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Speed the Wireless Payment

Visa's RFID payments infrastructure is open for business, but analysts say it's up to merchants to make the move.

The nation's largest credit card issuer announced the availability of Visa Contactless on Thursday, in advance of the RFID World trade show next week. Visa was the last of the big three payment processors to provide the works for credit card issuers and merchants to let consumers pay with a wave of their hands.

Proximity payment systems, also known as contactless payments, use very short-range radio frequency technology to send information from a chip in a credit card, phone or fob to a reader. The reader transmits the information to the merchant's standard credit card processing system. The technology is similar to RFID used in the supply chain.

Visa USA said it enhanced its VisaNet payment processing network to handle the new type of transaction, promising to minimize the impact on merchants and credit card issuers.

"We think that speed and convenience will drive value not only to cardholders but to merchants who can optimize operations," said Niki Manby, senior vice president for smart card applications.

As the market leader, Visa can afford to hang back and let rivals spend money to seed the market and work out the kinks, said JupiterResearch analyst Bruce Cundiff. JupiterResearch and internetnews.com both are owned by Jupitermedia.

"Merchants won't pay for it by themselves," Cundiff said. "To get mass-market acceptance is really tough without hardcore investment among Amex, MasterCard and Visa -- which is not investing in merchant infrastructure, apparently."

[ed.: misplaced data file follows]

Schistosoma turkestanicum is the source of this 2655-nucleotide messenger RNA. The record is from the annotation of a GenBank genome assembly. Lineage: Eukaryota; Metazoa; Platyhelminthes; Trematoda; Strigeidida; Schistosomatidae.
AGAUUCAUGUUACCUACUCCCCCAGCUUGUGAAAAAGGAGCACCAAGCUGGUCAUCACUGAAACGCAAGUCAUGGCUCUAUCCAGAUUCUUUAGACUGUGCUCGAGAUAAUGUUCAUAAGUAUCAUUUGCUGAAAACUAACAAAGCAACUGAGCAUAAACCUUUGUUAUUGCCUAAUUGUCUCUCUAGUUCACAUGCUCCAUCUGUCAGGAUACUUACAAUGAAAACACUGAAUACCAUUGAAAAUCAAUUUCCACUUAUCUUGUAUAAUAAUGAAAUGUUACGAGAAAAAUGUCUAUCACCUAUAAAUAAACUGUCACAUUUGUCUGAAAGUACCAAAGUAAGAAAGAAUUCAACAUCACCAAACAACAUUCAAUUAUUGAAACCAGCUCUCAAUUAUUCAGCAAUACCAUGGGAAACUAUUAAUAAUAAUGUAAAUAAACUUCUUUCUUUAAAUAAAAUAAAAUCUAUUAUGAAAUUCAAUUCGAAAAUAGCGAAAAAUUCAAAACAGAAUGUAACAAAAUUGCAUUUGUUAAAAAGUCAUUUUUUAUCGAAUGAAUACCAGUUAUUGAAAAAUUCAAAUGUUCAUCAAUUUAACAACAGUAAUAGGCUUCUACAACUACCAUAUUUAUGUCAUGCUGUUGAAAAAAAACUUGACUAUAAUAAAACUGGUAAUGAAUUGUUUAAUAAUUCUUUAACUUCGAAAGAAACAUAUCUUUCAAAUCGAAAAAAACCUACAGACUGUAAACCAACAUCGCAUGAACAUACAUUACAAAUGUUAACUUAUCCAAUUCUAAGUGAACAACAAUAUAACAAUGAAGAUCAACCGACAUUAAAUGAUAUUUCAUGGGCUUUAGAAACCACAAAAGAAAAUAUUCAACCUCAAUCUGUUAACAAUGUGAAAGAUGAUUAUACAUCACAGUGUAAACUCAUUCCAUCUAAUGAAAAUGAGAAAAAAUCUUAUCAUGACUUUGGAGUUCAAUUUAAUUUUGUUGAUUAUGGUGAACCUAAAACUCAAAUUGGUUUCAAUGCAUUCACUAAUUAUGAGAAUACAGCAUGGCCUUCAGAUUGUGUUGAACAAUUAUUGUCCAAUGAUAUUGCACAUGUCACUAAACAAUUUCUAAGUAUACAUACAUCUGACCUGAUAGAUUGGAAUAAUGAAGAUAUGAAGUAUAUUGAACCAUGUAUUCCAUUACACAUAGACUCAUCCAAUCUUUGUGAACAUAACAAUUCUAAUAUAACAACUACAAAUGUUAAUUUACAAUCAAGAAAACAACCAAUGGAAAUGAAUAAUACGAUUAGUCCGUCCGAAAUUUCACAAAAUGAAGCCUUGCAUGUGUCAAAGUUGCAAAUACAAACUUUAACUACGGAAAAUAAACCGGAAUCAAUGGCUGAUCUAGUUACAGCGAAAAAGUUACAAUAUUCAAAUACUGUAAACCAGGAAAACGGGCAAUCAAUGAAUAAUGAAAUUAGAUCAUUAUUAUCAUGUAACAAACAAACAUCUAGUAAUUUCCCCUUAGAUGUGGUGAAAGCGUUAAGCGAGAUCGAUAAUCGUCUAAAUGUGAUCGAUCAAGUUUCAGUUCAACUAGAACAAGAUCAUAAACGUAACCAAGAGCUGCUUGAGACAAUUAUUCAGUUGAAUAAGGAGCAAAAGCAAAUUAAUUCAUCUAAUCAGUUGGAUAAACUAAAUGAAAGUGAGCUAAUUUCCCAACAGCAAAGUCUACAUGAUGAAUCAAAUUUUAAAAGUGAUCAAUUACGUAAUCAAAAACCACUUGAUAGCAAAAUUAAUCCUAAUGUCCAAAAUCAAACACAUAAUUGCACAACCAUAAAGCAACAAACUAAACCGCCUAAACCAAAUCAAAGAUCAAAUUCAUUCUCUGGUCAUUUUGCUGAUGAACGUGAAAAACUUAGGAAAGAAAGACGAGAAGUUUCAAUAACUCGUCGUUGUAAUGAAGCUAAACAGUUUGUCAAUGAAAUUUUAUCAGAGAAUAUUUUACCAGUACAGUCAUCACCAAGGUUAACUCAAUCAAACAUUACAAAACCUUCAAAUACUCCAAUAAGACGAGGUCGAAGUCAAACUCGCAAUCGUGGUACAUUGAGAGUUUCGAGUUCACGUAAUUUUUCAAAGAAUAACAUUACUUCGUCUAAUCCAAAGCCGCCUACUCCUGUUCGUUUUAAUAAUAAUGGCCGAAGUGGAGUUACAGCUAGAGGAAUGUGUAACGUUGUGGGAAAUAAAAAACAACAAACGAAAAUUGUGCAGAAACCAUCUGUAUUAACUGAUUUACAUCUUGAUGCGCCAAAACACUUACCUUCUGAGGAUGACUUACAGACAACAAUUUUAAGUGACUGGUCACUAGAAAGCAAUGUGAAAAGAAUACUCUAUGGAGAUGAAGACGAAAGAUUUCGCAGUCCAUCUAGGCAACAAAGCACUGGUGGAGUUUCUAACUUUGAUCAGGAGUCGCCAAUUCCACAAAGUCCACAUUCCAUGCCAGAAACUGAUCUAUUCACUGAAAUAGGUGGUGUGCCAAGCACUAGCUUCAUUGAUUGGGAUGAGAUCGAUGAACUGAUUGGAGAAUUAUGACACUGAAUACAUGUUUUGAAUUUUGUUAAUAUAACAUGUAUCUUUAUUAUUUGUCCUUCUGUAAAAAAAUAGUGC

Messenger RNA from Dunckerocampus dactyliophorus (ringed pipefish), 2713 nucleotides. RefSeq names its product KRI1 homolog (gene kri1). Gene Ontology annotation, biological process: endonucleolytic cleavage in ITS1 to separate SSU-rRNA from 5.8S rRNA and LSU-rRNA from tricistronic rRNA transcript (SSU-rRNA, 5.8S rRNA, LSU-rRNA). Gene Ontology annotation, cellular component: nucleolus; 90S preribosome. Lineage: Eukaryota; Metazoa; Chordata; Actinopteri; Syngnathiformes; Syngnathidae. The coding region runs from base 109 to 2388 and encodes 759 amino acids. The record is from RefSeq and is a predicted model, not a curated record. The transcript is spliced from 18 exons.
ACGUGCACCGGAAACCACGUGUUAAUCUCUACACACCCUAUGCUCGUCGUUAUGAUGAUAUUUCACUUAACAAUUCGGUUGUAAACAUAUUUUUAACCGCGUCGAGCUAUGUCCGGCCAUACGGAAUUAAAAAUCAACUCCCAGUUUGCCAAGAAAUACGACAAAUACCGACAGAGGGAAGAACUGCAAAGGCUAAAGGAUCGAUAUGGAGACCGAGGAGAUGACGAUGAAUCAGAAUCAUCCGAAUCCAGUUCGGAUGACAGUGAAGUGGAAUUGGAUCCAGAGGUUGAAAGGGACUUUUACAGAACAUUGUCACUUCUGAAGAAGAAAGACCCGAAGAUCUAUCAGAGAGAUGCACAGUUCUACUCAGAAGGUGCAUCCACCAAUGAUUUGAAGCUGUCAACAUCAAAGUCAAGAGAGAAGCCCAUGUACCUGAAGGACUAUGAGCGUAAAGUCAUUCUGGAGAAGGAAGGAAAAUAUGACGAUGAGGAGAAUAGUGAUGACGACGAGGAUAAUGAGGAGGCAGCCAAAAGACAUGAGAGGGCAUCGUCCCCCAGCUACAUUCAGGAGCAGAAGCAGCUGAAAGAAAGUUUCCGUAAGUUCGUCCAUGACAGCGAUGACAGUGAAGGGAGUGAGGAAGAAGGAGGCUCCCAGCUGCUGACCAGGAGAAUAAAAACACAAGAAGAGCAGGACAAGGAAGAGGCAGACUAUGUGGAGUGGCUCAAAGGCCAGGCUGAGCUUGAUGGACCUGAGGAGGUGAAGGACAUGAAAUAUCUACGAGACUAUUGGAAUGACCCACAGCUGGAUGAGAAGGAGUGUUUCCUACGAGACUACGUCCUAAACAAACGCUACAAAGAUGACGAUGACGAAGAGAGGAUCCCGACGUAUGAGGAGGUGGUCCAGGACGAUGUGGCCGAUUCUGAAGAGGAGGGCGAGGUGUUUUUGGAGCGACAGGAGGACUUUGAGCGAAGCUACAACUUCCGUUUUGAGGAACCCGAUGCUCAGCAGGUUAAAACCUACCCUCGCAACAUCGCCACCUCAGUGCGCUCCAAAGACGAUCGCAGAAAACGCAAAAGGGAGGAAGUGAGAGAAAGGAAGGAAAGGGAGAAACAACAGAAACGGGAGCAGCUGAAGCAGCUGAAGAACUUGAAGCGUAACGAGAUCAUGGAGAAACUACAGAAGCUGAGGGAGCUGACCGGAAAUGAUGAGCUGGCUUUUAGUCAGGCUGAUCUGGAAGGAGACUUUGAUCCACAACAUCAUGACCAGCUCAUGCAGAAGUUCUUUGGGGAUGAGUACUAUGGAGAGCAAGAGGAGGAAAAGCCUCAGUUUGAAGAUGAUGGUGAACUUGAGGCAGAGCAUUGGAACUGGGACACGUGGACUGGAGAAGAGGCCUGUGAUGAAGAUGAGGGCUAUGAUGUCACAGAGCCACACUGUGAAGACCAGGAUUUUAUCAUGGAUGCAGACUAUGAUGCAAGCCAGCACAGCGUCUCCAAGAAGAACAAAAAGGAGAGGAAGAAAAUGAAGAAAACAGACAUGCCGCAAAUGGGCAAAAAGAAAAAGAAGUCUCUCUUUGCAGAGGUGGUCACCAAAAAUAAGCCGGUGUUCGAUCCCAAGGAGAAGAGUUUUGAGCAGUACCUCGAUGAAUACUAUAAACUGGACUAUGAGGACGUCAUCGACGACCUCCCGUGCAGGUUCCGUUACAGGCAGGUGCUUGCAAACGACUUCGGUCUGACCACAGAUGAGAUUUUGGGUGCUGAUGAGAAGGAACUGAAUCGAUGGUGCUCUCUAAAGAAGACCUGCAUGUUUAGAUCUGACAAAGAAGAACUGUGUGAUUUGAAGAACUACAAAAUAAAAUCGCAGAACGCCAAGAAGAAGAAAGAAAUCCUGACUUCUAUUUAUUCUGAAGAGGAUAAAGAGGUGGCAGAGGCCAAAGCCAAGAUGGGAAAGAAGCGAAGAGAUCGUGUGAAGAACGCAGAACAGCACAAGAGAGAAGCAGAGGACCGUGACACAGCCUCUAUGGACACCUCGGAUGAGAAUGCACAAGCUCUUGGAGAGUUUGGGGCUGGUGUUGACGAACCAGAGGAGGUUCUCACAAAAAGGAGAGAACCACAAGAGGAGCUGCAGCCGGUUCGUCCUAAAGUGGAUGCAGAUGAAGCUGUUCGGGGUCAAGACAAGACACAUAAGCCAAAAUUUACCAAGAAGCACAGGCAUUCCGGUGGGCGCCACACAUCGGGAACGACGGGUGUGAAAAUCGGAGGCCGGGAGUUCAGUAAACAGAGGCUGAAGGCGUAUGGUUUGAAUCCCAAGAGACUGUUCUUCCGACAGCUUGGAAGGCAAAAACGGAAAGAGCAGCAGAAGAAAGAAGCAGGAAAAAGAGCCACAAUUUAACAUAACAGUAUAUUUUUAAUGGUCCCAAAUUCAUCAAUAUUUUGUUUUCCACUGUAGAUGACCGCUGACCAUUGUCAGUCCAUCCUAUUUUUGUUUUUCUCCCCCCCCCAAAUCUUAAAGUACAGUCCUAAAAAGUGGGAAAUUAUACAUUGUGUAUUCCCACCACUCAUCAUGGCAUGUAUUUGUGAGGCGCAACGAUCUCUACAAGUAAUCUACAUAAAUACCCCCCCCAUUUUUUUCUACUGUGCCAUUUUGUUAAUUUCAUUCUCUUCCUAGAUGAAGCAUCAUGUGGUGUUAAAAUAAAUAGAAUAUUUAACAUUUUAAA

MasterCard has indeed invested big-time. Its first pilot, in early 2003, put chipped cards from Chase, Citibank and MBNA in the hands of 16,000 consumers, equipping around 60 retail locations with readers. 2004 saw pilots in the U.S., the Philippines and Japan, with McDonalds signing on to roll out PayPass in stores throughout the United States. This year, MasterCard inked a deal with MBNA, the Seattle Seahawks and Baltimore Ravens Football Clubs to incorporate PayPass chips into the teams' loyalty cards.

"We're trying to really push cards to be used where cash is traditionally used," said Murdo Munro, vice president of mobile and wireless for MasterCard International. "The challenge we have is to find products that merchants and consumers like enough to stop using cash and start using these products."

Who will make the market?

Consumers who've tried them seem to like contactless payments. In its pilots, MasterCard found that consumers like the speed of proximity payments, and they like keeping control of their cards.

Bill Allen, a spokesperson for Texas Instruments' RFID group, said the consumer acceptance rate has been high in the pilots it's done, notably with chipped keychain fobs used to pay for gas at Exxon-Mobile. "Once they understand it and get used to it, they are more than willing to use it," he said. "We view RFID as having that same capability [as credit cards] of becoming a universal payment device."

TI makes the chips used by FreedomPay, a cashless payment system focused on corporate dining facilities. It will support American Express and MasterCard's contactless initiatives.

Payments processors and credit card issuers have much to gain: a bigger share of what Visa estimates as $1.2 trillion in annual cash transactions worldwide. The transition to open systems tied to bank accounts and credit cards will help them get a bigger slice of the universe of transactions, according to ABI Research analyst Erik Michielsen.

"Credit card issuers will be the initial dominant wave of providing electronic credit cards for digital commerce," said Jorge Fernandes, chairman of ViVOtech. "In a second wave, a lot of retailers will leverage this technology to create a closer relationship with consumers. Digital credit cards will let consumes identify themselves to merchants and let merchants communicate with them."

Credit card companies will have to push RFID cards into consumers' hands, said JupiterResearch's Cundiff. "It's never been an issue of consumers knocking down Visa's door, saying, 'We want this.' It's always been credit card issuers trying to come up with that next exciting product."